Is Dual Authorship Coherent?

I’ll be honest, this doesn’t make a lot of sense to me. So there are two authors, but one intention. So how does God’s foreknowledge (?) of 20th century science make a difference? Was the human author wondering what order to put light and vegetation and got a nudge from God that maybe it should be before and after, just so we could match up a changing atmosphere in the early earth?

I wonder if this discussion should go back to the Concordism thread, I don’t want to derail @swamidass’ proposal.

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If that is the case, then authorial intent should be just fine. So I agree, this doesn’t make a ton of sense to me.

My best case for Dual Authorship would be to recall the doctrine of inspiration: “Scripture is God’s Word written by man.” And also to remember that God providentially governs all things according to his purpose. From there, the original authors clearly had an intent that needs to be unpacked. God, however, might have His own intentions that go beyond theirs that he is providentially working out in precise word choices and how it is appropriated and understood centuries and millinea later.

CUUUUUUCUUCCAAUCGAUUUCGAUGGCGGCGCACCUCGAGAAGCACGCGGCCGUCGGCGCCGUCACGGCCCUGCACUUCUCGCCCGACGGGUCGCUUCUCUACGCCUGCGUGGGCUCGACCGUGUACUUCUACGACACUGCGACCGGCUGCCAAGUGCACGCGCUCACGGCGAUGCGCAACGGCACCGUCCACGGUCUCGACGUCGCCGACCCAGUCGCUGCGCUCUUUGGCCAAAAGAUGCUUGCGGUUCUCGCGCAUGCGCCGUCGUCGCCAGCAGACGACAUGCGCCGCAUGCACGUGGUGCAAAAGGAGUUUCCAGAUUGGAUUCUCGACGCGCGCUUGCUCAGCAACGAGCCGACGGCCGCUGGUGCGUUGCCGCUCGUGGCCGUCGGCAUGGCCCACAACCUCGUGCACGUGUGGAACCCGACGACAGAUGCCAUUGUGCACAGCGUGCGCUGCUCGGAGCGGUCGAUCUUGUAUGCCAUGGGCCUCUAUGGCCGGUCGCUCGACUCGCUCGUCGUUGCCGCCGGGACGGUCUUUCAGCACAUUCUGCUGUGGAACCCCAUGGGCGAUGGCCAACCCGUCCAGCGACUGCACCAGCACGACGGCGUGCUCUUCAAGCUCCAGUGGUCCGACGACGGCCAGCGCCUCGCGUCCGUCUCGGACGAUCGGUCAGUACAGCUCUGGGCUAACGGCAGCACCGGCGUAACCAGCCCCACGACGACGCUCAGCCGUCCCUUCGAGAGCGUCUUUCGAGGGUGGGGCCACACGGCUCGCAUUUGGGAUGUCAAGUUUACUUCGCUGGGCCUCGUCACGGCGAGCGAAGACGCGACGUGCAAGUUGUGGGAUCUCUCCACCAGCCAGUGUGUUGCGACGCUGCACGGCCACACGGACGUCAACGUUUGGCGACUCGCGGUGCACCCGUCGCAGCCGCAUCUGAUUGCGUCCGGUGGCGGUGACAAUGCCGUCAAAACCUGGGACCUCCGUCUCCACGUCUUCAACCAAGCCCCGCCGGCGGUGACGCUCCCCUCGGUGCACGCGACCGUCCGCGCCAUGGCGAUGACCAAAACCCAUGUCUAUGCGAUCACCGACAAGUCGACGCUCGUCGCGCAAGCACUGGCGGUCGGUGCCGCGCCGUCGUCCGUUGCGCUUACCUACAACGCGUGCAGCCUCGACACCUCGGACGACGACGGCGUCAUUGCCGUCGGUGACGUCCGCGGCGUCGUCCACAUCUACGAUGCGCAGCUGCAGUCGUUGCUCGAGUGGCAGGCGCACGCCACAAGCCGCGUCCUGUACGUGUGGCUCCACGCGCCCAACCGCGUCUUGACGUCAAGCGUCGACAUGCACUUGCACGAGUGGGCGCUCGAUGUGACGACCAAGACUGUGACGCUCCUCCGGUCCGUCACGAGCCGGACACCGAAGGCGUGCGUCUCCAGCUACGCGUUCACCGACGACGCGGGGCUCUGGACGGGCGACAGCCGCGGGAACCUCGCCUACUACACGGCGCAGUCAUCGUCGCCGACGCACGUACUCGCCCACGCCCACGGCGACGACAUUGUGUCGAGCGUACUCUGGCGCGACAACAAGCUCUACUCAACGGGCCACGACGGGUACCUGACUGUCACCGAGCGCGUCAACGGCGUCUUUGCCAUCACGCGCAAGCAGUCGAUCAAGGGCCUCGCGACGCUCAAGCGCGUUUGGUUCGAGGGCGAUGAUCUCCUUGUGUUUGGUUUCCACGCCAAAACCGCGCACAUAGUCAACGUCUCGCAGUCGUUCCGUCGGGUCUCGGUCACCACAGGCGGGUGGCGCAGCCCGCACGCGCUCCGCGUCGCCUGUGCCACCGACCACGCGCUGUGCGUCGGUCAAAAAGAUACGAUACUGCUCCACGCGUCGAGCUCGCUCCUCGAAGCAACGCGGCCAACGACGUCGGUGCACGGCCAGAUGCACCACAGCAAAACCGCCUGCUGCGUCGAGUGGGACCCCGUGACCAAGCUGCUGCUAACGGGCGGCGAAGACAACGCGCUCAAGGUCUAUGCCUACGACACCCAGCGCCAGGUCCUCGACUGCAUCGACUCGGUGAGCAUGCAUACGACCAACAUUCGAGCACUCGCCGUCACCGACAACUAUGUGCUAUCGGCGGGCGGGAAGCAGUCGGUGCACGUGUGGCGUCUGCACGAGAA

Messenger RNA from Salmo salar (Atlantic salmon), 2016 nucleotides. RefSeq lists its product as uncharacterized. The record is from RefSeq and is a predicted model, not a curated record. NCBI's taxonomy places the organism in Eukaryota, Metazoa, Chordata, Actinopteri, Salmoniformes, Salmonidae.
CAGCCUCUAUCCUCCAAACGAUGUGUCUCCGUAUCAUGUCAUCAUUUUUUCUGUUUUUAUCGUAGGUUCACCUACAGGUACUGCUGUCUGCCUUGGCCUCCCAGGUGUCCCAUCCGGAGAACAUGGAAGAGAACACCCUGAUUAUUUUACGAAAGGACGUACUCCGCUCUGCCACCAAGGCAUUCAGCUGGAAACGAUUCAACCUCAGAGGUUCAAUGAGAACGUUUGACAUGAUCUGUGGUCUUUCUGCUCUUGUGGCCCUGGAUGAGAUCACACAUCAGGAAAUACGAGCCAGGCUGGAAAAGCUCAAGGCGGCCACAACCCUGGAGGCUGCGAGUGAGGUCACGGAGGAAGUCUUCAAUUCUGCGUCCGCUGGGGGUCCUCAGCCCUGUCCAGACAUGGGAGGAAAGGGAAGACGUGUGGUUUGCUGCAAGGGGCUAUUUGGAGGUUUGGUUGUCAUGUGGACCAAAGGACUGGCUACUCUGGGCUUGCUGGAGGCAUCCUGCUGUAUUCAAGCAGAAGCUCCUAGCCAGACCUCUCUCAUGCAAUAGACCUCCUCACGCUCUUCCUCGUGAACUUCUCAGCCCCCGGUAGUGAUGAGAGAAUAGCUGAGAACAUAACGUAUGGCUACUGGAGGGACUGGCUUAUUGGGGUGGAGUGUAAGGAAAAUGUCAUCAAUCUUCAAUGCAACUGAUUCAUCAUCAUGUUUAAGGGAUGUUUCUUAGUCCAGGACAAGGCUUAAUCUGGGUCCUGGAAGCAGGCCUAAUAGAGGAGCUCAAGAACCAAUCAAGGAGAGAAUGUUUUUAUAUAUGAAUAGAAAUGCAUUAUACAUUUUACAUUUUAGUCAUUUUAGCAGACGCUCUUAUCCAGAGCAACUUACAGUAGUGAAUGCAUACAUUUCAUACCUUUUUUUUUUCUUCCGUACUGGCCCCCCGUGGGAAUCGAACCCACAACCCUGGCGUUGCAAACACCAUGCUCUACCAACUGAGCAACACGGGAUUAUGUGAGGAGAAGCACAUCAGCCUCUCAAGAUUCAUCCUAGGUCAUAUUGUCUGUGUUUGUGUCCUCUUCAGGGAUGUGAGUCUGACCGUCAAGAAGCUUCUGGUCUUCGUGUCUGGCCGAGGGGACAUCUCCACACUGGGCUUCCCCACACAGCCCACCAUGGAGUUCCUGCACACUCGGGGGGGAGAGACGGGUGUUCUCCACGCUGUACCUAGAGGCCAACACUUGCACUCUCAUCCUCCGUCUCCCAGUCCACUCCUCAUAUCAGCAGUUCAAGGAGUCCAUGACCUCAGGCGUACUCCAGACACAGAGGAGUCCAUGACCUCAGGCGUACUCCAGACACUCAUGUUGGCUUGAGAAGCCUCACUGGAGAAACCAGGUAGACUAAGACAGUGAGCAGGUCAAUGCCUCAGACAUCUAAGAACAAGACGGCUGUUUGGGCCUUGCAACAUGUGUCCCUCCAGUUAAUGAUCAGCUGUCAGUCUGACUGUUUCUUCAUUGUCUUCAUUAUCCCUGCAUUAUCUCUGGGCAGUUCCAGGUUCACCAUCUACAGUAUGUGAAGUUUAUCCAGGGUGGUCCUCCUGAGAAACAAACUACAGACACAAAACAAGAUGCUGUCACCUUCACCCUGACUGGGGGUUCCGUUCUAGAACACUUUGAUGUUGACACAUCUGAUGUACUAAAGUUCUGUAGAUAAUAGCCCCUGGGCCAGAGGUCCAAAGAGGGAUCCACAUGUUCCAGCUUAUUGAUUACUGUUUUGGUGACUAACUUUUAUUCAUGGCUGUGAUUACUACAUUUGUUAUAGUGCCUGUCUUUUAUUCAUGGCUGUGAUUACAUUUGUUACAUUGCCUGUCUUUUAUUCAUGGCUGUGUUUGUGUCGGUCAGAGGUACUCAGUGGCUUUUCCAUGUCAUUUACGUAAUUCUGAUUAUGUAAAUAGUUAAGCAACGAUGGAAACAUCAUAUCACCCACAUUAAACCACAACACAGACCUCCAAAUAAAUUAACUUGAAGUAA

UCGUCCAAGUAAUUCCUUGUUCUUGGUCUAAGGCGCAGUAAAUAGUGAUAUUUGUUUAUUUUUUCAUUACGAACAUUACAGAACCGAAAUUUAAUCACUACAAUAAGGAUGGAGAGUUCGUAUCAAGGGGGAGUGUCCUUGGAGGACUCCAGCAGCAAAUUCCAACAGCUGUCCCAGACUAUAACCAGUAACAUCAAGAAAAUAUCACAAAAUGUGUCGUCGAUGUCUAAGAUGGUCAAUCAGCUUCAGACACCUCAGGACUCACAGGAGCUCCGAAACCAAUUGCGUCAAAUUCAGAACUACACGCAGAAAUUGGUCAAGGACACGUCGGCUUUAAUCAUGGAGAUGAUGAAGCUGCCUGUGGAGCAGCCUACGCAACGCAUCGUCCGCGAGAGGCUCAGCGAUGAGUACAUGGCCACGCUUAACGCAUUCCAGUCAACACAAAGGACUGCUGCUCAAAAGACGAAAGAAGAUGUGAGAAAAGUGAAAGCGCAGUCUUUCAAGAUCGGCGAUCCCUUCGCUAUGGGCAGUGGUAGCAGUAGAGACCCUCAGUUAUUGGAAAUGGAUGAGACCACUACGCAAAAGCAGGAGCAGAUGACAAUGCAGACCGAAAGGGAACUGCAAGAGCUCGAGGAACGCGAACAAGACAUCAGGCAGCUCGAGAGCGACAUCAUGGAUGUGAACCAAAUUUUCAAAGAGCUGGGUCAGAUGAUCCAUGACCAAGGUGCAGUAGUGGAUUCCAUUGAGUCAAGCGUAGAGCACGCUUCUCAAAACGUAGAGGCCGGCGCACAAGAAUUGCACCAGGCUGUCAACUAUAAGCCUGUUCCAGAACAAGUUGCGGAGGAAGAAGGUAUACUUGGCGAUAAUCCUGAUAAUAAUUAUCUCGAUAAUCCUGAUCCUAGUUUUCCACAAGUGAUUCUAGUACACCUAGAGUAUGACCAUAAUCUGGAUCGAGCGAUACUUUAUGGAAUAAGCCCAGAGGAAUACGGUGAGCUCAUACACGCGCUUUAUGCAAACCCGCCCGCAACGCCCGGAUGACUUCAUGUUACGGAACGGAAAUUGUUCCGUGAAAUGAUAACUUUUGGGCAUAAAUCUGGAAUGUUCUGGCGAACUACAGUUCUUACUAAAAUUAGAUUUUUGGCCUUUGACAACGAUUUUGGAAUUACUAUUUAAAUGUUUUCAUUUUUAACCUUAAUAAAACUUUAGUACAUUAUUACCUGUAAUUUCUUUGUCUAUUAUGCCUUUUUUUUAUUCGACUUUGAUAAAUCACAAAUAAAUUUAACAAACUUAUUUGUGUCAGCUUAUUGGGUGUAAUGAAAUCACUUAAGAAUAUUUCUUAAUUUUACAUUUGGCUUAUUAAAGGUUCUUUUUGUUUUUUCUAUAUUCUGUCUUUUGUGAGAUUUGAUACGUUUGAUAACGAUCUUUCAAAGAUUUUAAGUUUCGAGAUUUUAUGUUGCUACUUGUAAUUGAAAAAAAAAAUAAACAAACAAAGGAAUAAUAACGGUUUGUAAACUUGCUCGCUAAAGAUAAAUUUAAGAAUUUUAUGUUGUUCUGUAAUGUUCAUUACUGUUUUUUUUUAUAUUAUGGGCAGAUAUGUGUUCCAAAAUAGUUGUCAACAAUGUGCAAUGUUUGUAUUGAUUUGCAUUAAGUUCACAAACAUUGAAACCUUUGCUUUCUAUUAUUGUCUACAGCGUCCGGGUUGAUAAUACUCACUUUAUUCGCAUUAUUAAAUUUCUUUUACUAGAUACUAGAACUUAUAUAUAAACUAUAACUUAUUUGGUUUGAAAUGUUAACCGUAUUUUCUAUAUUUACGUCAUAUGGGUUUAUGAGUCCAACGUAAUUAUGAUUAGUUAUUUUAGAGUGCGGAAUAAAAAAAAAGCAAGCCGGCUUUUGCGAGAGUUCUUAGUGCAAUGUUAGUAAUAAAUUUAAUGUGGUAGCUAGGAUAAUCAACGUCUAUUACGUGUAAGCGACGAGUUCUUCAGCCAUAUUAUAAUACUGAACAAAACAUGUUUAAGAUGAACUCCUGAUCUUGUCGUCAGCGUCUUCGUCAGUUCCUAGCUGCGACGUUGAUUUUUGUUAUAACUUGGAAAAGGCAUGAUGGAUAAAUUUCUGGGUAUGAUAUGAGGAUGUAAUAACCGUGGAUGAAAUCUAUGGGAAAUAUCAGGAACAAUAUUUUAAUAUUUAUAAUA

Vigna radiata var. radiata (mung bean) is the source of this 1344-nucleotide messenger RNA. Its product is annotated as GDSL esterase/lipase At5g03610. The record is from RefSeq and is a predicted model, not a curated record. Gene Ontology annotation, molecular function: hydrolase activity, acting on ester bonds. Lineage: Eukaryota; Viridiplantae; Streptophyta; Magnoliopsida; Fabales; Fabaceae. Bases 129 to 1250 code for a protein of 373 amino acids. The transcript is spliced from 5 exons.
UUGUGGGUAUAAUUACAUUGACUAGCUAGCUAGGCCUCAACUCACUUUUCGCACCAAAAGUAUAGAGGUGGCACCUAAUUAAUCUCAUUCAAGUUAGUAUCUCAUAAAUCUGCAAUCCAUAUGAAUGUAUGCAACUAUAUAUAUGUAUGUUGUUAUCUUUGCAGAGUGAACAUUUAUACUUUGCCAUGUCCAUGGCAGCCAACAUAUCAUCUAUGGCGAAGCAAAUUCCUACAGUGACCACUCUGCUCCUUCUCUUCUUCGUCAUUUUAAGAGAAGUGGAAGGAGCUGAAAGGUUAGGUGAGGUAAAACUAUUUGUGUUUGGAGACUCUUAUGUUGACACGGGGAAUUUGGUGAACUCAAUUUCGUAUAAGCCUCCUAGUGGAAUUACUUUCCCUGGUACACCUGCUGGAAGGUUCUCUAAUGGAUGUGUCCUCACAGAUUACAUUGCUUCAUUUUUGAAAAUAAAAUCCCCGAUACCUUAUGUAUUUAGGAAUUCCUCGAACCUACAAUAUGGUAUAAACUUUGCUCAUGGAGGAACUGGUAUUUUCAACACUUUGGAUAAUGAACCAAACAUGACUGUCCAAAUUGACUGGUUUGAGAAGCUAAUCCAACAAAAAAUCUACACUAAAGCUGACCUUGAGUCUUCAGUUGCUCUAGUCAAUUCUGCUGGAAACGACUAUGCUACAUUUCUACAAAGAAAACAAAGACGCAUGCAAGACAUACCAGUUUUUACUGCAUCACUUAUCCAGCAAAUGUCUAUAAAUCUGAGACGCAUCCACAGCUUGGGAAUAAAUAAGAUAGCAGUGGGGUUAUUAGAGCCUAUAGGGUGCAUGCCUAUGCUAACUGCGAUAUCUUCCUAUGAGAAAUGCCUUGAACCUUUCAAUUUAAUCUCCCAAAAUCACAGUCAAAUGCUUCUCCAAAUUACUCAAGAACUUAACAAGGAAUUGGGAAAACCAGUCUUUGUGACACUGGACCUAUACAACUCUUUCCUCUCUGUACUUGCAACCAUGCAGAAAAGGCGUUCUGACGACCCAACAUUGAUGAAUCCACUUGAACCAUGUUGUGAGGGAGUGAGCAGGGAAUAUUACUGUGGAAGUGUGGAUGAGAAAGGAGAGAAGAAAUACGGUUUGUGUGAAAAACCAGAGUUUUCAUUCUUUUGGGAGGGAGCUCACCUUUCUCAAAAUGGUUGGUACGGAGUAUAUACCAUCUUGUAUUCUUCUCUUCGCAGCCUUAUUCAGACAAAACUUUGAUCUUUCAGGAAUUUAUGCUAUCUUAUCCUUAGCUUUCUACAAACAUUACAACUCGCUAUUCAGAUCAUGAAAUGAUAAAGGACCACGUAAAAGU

In this understanding the tradition of interpretation past the original audience might be important too. Because we believe God works through and in His word, we might expect at times He would transcend the author’s original intent. We would want to see signs of this providential work in the history of the Church though, and not be looking to read into Scripture our personal culture or worldview.

That is my best case here. Is this reasonable?

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Yes, it does seem clearer.

I must admit having been in theologically conservative (probably fundamentalist at times) churches for much of my life, I often cringe a bit when it comes descriptions of Inspiration. I don’t see how people can have such certitude regarding what people thousands of years ago “intended” to write, and I certainly am not going to start guessing as to the fine details of God’s intentions. I see God’s intentions with Genesis 1 to be a revealing of who he is much more than how he did anything. I think he gave brains, science, and a desire to pursue the big questions to take care of the “how”.